TUCKAHOE, N.Y. Developers of a proposed 123-unit rental apartment complex will take the next step after the planning board voted 6-1 in favor of accepting the developers of Glenmark Properties' environmental impact statement.
Now that the planning board has accepted the statement, developers Glen Vetromile and Phil Raffiani will present floor plans and other details in order to win site plan approval for their project.
But the project, which according to plans, would be built on three vacant and overgrown lots located on the corner of Main Street and Midland Place, does not have the support of many community members and at least one planning board member.
Trustee Melba Caliano voted against accepting the environmental impact statement.
Caliano said the board was behaving inconsistently, sending much smaller projects back to the zoning board of appeals when significant changes in the original proposal were made.
Caliano also explained she felt the number of modifications to the original proposal should have prompted the planning board to send the proposal back to the zoning board for another look.
"I have never been against the building," Caliano said. "But there were too many changes from the original plan."
Caliano was referring to the mixed use variance Raffiani was granted about three years ago. At that time the zoning board had approved construction of a three building project that would house 88 residential condominium units, comprised of studio, one bedroom, two bedroom and three bedroom units and 18,000 square feet of commercial space. The space was zoned for commercial use only at the time.
After the economy took a downturn, Raffiani teamed up with Vetromile, of Glenmark Properties, and reconfigured the project several times but settled on the construction of 123 one and two bedroom units and 1,800 square feet of commercial space instead.
"When does a proposal become a new project as opposed to being a modification?" Caliano asked. "I think a project that adds almost a third more units is more than just a modification, it's a whole new project."
Eastchester resident Joe Pregiato, who lives in the Tuckahoe School District is one of many residents who opposes the project. Pregiato has gathered letters from residents against the project including one from Dr. Julio Urbina, president of the Tuckahoe Board of Education
Urbina said a study funded by the school district indicated the rental property would cause a significant, and costly increase in the number of kids attending Tuckahoe schools with a projected increase of up to 40 new students. But the developers study indicated that only a small increase, around nine new students, would result from the expanded project.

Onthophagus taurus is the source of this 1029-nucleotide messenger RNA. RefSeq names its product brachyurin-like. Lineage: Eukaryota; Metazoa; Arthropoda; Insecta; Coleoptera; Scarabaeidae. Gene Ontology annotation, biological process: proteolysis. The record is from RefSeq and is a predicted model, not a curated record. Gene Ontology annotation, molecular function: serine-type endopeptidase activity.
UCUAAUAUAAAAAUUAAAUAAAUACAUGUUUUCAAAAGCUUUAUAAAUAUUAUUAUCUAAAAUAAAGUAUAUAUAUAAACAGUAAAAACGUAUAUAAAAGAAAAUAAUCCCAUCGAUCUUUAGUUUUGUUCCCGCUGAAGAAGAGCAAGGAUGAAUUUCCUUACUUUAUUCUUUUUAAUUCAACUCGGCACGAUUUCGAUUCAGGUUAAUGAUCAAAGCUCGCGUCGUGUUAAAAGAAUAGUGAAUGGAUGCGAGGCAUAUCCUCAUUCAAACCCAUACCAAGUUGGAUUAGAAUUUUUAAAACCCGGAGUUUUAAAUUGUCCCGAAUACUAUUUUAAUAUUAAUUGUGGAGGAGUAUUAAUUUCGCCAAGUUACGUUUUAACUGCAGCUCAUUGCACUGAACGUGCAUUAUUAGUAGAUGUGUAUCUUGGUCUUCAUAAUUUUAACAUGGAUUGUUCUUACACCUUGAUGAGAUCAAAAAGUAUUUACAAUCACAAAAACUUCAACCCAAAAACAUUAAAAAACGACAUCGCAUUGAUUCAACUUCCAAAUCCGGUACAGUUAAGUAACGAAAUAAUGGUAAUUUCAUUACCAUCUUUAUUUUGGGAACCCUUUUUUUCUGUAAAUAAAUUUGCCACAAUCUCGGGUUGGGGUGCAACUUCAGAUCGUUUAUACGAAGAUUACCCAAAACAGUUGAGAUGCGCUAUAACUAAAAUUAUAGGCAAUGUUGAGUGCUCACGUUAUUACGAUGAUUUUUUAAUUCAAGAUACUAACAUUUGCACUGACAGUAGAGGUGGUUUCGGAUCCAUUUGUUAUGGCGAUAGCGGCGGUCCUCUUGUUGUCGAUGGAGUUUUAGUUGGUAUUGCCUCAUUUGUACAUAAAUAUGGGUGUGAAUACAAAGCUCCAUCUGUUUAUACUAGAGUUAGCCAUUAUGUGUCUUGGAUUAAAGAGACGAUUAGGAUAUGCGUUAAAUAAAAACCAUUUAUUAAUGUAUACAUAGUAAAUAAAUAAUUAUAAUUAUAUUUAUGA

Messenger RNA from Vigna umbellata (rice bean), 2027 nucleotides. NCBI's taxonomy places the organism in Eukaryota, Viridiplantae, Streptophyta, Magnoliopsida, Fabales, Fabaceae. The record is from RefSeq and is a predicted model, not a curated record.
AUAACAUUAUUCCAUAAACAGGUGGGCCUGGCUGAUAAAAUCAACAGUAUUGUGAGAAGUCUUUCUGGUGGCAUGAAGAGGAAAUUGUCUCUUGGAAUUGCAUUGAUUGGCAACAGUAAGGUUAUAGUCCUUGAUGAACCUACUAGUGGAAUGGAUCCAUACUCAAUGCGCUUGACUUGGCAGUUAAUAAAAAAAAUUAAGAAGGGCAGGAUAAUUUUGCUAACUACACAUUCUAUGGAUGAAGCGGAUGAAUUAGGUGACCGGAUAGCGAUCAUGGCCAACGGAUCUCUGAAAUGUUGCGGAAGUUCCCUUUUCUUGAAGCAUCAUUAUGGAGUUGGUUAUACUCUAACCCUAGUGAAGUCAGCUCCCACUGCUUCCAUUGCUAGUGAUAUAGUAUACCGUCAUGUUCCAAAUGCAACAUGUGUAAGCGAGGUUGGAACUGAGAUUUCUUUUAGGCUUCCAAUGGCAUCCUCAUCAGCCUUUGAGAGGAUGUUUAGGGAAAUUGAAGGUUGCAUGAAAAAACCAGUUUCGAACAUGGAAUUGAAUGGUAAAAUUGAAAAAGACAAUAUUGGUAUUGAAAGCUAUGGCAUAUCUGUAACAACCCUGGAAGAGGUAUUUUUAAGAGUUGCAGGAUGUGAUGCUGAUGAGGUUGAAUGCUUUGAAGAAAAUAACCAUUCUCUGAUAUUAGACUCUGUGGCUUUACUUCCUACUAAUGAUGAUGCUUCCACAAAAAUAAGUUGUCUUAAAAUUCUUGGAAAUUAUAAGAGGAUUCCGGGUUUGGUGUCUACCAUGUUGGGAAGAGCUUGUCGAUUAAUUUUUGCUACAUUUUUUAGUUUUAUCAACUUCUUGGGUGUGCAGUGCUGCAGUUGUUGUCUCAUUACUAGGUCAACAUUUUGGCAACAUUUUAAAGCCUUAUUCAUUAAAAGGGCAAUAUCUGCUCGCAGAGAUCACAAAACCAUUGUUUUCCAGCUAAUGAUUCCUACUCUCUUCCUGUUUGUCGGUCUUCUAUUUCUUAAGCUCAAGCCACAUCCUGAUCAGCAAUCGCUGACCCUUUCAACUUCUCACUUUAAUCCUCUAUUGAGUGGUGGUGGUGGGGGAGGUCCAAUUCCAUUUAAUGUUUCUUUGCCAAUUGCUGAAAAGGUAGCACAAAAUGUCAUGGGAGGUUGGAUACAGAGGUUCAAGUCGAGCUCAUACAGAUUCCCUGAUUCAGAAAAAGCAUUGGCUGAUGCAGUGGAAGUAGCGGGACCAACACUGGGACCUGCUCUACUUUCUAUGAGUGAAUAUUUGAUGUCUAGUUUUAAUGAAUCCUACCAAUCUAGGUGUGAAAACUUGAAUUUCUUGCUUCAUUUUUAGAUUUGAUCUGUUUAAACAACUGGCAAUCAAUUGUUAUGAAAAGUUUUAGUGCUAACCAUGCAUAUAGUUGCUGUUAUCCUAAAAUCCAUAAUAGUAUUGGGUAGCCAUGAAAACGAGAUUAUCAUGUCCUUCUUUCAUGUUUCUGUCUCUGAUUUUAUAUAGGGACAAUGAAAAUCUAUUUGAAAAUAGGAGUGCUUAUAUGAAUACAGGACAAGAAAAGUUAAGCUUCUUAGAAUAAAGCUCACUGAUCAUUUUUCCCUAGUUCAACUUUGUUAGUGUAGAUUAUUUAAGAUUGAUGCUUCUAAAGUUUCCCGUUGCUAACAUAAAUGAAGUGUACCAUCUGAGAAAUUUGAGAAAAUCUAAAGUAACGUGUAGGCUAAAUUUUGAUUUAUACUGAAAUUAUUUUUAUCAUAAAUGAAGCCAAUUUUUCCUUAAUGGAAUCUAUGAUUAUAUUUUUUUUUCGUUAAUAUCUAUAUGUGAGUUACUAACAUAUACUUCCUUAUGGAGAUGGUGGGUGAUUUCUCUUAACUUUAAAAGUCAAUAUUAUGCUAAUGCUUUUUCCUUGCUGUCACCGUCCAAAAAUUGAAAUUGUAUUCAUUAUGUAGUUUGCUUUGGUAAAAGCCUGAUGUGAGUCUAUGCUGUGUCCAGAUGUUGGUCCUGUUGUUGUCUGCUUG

Planning Board Chair AnnMarie Ciarmella called the study by the board of education "flawed" because it included enrollment projections that included private homes, as well as those from the rental property -- as opposed to the one funded by the developer that only factored in children from condos, coops and rental units.
Pointing to two specials hearings held during the month of August, Ciarmella said she believes members of the community had ample time to voice their opinion on the project.
"We have given everyone an opportunity to speak and the police, the department of public works, the tax assessor and the fire chief said that there would be no negative impact on the village," Ciarmella said.
Still, Tuckahoe resident Antoinetee Martino did not feel she was heard by the planning board.
"We raised many issues -- not just the impact the project would have on our schools -- and they were ignored," she said.
Eastchester resident Stephen Pagnotta said that any project that would increase the population of the village by close to 5 percent should be closely examined.
"I think that the way the board behaved tonight is very discouraging," he said. "The community's voice was not heard."
The planning board will meet again on Sept. 6 for a work session to be held at Village Hall.
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